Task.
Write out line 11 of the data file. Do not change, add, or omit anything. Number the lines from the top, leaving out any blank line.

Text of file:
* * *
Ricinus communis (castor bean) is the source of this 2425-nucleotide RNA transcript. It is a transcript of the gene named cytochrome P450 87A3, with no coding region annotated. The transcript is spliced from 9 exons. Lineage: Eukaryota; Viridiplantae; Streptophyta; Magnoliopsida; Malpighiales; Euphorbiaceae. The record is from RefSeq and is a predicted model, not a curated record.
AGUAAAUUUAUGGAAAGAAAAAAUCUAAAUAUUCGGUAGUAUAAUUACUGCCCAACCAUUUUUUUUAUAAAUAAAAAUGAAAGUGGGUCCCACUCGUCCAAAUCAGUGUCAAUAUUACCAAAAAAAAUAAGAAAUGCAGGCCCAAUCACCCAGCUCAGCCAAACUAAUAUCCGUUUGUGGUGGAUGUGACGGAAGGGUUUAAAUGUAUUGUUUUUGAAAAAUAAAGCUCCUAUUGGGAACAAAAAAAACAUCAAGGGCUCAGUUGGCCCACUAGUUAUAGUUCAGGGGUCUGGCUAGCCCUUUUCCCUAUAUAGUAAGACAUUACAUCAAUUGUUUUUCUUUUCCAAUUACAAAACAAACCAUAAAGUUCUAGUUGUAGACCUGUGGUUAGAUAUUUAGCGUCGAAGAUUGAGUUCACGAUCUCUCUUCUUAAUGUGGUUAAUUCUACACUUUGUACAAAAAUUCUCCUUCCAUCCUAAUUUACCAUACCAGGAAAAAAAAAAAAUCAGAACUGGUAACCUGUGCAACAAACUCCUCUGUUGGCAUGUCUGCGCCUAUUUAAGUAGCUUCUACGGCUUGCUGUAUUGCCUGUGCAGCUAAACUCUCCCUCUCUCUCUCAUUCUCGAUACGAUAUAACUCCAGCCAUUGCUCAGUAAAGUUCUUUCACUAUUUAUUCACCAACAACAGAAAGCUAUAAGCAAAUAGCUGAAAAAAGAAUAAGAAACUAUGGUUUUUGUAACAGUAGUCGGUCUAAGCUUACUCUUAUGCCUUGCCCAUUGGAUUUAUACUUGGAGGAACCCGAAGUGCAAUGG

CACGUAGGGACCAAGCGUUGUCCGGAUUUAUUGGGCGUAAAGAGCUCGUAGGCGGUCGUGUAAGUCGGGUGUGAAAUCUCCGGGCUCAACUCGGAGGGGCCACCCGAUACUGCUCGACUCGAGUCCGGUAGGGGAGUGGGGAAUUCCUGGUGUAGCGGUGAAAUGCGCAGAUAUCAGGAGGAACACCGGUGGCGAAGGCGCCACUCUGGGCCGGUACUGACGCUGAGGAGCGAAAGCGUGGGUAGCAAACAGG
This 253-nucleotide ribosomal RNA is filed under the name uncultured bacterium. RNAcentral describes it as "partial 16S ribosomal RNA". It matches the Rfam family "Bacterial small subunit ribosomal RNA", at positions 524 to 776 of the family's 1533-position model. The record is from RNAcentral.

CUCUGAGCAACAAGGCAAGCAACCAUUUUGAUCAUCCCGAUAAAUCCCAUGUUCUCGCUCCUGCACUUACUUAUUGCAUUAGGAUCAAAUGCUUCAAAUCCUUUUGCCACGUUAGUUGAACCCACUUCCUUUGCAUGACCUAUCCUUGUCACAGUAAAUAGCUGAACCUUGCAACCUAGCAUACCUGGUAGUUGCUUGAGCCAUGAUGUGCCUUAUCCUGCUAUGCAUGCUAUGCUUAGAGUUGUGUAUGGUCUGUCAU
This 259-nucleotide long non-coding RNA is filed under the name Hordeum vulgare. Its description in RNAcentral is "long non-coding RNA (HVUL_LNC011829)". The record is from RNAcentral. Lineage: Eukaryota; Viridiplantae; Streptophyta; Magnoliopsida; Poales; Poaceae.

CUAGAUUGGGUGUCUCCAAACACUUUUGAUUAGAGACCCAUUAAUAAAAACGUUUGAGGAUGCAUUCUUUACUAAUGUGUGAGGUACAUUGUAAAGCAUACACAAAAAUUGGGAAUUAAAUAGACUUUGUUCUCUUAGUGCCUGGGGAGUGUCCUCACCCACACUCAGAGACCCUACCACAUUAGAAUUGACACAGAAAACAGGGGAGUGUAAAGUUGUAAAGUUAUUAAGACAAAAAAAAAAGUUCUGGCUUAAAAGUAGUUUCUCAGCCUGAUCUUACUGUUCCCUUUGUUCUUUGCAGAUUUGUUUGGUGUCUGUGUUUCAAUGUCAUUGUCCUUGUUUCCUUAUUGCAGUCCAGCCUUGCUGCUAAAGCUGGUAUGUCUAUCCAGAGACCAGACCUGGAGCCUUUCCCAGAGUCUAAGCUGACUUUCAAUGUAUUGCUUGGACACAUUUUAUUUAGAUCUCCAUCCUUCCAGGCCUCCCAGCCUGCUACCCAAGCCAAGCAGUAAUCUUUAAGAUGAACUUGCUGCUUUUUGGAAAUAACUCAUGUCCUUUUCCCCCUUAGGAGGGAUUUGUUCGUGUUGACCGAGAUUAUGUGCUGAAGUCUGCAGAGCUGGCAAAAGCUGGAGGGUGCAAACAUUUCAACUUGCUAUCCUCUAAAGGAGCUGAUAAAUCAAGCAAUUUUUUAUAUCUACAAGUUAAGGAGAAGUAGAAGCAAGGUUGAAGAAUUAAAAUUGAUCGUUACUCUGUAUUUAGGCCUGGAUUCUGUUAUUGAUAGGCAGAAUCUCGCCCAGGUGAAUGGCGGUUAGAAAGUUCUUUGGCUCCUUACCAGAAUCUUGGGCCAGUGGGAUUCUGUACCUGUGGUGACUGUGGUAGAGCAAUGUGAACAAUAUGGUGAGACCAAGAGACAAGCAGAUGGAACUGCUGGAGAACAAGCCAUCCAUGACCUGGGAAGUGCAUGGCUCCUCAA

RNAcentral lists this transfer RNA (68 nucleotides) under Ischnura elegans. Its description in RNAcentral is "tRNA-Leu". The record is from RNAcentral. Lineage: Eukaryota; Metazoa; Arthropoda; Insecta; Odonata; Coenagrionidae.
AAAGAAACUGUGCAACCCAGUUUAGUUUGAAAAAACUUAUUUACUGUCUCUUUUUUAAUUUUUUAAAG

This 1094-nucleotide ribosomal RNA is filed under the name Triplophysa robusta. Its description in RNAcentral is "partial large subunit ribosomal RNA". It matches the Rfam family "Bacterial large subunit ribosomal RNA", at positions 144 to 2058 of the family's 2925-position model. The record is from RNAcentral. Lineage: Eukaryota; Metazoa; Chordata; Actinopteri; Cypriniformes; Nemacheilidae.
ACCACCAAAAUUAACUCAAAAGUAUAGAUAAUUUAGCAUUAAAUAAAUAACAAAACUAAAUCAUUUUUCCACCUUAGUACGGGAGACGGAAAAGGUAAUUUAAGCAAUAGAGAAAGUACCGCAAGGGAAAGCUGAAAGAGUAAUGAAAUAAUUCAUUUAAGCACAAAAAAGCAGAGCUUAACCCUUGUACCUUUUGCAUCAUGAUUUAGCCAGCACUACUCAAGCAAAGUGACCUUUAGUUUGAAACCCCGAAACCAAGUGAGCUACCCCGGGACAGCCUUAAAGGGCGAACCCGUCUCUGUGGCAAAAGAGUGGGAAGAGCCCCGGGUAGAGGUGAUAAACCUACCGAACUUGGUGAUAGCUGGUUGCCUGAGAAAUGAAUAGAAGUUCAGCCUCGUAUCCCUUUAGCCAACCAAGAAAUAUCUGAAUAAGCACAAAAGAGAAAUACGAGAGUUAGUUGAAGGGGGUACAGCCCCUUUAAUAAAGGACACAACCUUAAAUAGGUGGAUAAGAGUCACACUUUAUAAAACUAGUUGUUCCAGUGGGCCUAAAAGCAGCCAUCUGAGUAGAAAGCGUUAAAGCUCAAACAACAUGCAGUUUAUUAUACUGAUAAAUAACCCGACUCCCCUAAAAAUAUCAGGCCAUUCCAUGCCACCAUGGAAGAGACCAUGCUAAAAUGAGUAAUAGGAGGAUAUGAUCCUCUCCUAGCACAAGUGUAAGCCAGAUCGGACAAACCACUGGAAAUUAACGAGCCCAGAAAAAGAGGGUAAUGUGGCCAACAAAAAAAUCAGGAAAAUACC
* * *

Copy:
ACCACCAAAAUUAACUCAAAAGUAUAGAUAAUUUAGCAUUAAAUAAAUAACAAAACUAAAUCAUUUUUCCACCUUAGUACGGGAGACGGAAAAGGUAAUUUAAGCAAUAGAGAAAGUACCGCAAGGGAAAGCUGAAAGAGUAAUGAAAUAAUUCAUUUAAGCACAAAAAAGCAGAGCUUAACCCUUGUACCUUUUGCAUCAUGAUUUAGCCAGCACUACUCAAGCAAAGUGACCUUUAGUUUGAAACCCCGAAACCAAGUGAGCUACCCCGGGACAGCCUUAAAGGGCGAACCCGUCUCUGUGGCAAAAGAGUGGGAAGAGCCCCGGGUAGAGGUGAUAAACCUACCGAACUUGGUGAUAGCUGGUUGCCUGAGAAAUGAAUAGAAGUUCAGCCUCGUAUCCCUUUAGCCAACCAAGAAAUAUCUGAAUAAGCACAAAAGAGAAAUACGAGAGUUAGUUGAAGGGGGUACAGCCCCUUUAAUAAAGGACACAACCUUAAAUAGGUGGAUAAGAGUCACACUUUAUAAAACUAGUUGUUCCAGUGGGCCUAAAAGCAGCCAUCUGAGUAGAAAGCGUUAAAGCUCAAACAACAUGCAGUUUAUUAUACUGAUAAAUAACCCGACUCCCCUAAAAAUAUCAGGCCAUUCCAUGCCACCAUGGAAGAGACCAUGCUAAAAUGAGUAAUAGGAGGAUAUGAUCCUCUCCUAGCACAAGUGUAAGCCAGAUCGGACAAACCACUGGAAAUUAACGAGCCCAGAAAAAGAGGGUAAUGUGGCCAACAAAAAAAUCAGGAAAAUACC